Conservatives General Election 2017

The Emergence of May-ism

The Conservative Manifesto is here! So what is May's brand of Conservatism?

Connor Mckenzie

Naked Politics Blogger 

During the EU referendum campaign, Jeremy Corbyn was criticised for the lack of vigour he displayed defending European integration. This fed in to a wider criticism of the Labour leader that questioned his ability dominate on a national platform and cut through to the wider electorate. For the first couple weeks of the current election campaign however, the pressing question seemed not where is Jeremy Corbyn, but where is Theresa May? Limited exposure in the national media, journalists and members of the public banned from hustings, cautious statements regarding policy intentions and a refusal to participate in televised debates.

Then, after the initial quiet, we began to see more of Maidenhead’s very own Emperor Palpatine, who began firing off the double-barrelled shotgun of “strong and stable” across the nation. This was coupled with the an excruciating sofa chat on the “One Show” in which presenters Matt Baker and Alex Jones desperately tried to extract some level of personality from the Primer Minister and her husband. The interview reminded me of NASA’s 2008 Phoenix mission to Mars, where robots scanned a barren wasteland searching for some sign that life could exist on a planet light-years away from my own.

And now the Tory Manifesto has landed and we finally have our first real political manifestation of “Mayism”. As expected, there is a clear break from Cameron’s liberalism with a clear emphasis that there will be state intervention (albeit limited). This also signifies that May and her team are distancing themselves from a purely Thatcherite economic ideology, even if they continue to evoke the spirit of Thatcher in May’s image as a forceful female leader.

So what can we learn from this? To put it bluntly, May’s conservatism abandons the “Big Society”, whilst accepting that there is such a thing as society. One of the key architects of Cameron’s Big Society was the advisor Steve Hilton, famed as being the “blue-sky thinker” who cycled into work at number ten wearing no shoes. He brought a new-age form of spin to Cameron’s leadership that tried to frame the Tories as being green, socially progressive (e.g. gay marriage) and above all modernising. This was part of an overall strategy to embrace the centre-ground on social issues in order to broaden their appeal, while pushing through an intensely neoliberal and right wing economic agenda.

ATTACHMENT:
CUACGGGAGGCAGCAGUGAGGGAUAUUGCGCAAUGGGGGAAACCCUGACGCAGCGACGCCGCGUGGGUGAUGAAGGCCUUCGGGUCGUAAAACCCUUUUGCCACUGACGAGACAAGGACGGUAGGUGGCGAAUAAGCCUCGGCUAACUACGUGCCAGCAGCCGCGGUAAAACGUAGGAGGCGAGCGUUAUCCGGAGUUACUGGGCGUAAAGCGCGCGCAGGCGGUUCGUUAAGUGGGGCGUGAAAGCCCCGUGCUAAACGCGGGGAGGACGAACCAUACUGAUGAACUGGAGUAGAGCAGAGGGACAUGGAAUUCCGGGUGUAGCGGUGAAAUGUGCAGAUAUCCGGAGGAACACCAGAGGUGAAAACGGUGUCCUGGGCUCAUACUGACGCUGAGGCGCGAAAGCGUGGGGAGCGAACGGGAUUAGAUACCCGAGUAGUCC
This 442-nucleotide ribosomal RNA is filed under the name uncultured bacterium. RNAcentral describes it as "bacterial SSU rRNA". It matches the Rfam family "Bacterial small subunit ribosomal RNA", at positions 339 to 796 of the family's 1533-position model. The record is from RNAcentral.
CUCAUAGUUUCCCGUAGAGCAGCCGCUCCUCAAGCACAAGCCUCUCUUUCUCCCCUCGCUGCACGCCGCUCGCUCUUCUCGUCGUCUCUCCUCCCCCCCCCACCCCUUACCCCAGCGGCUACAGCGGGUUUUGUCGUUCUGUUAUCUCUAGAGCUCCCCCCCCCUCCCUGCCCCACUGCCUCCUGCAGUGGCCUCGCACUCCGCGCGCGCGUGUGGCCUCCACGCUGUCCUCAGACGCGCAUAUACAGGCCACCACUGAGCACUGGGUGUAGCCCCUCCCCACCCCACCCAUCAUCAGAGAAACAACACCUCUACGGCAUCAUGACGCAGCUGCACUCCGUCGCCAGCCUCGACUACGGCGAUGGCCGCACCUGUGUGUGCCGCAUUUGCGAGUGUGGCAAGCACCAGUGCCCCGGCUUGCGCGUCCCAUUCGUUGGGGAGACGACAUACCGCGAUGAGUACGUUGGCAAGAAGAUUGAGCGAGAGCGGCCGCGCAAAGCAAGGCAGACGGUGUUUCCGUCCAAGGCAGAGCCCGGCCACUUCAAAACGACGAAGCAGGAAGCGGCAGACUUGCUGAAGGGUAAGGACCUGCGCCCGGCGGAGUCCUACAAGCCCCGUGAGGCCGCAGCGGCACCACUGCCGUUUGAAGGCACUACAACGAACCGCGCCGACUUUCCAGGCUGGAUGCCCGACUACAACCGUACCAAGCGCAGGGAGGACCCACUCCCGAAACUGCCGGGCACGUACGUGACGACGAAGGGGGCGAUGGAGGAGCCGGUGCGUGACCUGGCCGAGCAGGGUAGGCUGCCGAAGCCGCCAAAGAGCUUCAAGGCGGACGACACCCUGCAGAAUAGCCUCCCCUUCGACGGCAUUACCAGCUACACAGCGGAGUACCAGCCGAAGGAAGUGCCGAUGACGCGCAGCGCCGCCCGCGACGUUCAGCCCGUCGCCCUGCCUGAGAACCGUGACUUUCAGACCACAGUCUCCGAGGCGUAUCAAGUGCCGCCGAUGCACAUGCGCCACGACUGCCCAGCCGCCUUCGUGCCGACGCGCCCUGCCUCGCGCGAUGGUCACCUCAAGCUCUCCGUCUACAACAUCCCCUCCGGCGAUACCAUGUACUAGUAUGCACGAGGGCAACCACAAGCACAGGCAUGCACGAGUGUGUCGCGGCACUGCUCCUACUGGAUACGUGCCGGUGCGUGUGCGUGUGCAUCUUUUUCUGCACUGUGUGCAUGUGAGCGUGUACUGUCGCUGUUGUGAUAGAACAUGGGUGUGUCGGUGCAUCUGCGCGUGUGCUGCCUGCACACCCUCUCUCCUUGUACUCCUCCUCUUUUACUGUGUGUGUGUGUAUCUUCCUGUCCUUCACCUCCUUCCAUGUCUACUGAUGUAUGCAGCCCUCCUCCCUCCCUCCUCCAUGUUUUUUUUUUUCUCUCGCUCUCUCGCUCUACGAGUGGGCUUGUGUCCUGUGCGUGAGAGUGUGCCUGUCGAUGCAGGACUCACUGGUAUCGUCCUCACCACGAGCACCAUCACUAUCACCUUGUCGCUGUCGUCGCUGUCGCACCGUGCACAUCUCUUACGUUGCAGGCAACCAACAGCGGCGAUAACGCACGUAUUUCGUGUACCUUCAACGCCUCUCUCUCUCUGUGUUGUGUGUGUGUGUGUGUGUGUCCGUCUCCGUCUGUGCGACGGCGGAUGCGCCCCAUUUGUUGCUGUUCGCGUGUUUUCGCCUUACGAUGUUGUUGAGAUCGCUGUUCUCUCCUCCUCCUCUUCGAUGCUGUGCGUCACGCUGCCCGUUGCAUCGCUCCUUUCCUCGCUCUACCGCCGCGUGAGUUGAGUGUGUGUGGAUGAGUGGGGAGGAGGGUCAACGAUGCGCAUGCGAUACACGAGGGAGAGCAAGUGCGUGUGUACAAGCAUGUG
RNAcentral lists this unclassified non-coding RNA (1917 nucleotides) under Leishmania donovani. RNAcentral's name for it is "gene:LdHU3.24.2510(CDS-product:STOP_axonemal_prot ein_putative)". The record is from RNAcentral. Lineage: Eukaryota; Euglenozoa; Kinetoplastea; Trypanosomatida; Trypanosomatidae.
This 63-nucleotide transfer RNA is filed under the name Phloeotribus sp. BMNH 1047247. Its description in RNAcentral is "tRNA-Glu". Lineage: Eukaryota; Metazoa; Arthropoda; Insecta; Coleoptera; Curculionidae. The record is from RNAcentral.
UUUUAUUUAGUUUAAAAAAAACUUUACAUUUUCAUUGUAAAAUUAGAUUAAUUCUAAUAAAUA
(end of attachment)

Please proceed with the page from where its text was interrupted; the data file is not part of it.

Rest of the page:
In Armando Iannucci’s satirical television series “The Thick of It”, the character of Stewart Pearson (who is directly based on Hilton) is sacked by the Prime Minister. In his parting speech, he says:

“I spent ten years detoxifying this party. It’s a bit like renovating an old house, you can take out a sexist beam here, a callous window there, replace the odd homophobic roof-tile, but after a while you realise that this renovation is doomed, because the foundation is built on what I can only describe as a solid bed of …”

Well, I won’t finish the sentence as I’m not allowed to publish the last word on here, but you get the sentiment. Why am I sharing this with you? Well it seems to me a very useful metaphor to illustrate some of changes that are going on within the Conservative party at the minute. The referendum halted the restoration project, and Theresa May looks set to demolish it.

Cameron and Osborne always tried to construct an image that on the whole, things were getting better for the majority of people: we are modernising, we are moving forwards by limiting the state and we are living within our means. They tried either to deflect attention from, or outright deny the cruelty of austerity. The referendum has changed the political landscape. It has shown that you can win votes, indeed a majority of the electorate, by capitalising on anger and discontent. That is to say, you stand to win a lot of votes by acknowledging that things are not necessarily getting better for most people.

At the heart of May’s conservatism is an attempt to sweep up the millions who voted UKIP 2015, as the party faces an existential crisis now Bexit is materialising. She is, therefore, far less afraid of appearing reactionary. You only need to look at the policies on fox hunting, grammar schools and the European Convention of Human Rights for evidence of this. Buckle your seatbelts; we might be seeing a return of the nasty party.

On the other hand, May has claimed that if elected, she will bring about an expansion of workers’ rights like no other Tory leader before her. A blue Prime Minster claiming to be a champion of workers’ rights is a bit like having your local butcher tell you they are considering vegetarianism. No matter how sincere they sound, you shouldn’t trust them. What next for the Tories? Maybe they’ll go the whole hog and roll out election mascots Mr Strong and Mrs Stable, wearing braces and flat-caps and doing a knees-up version of rule Britannia in an attempt to appeal to working class voters. We are living in strange times; I wouldn’t entirely rule it out.

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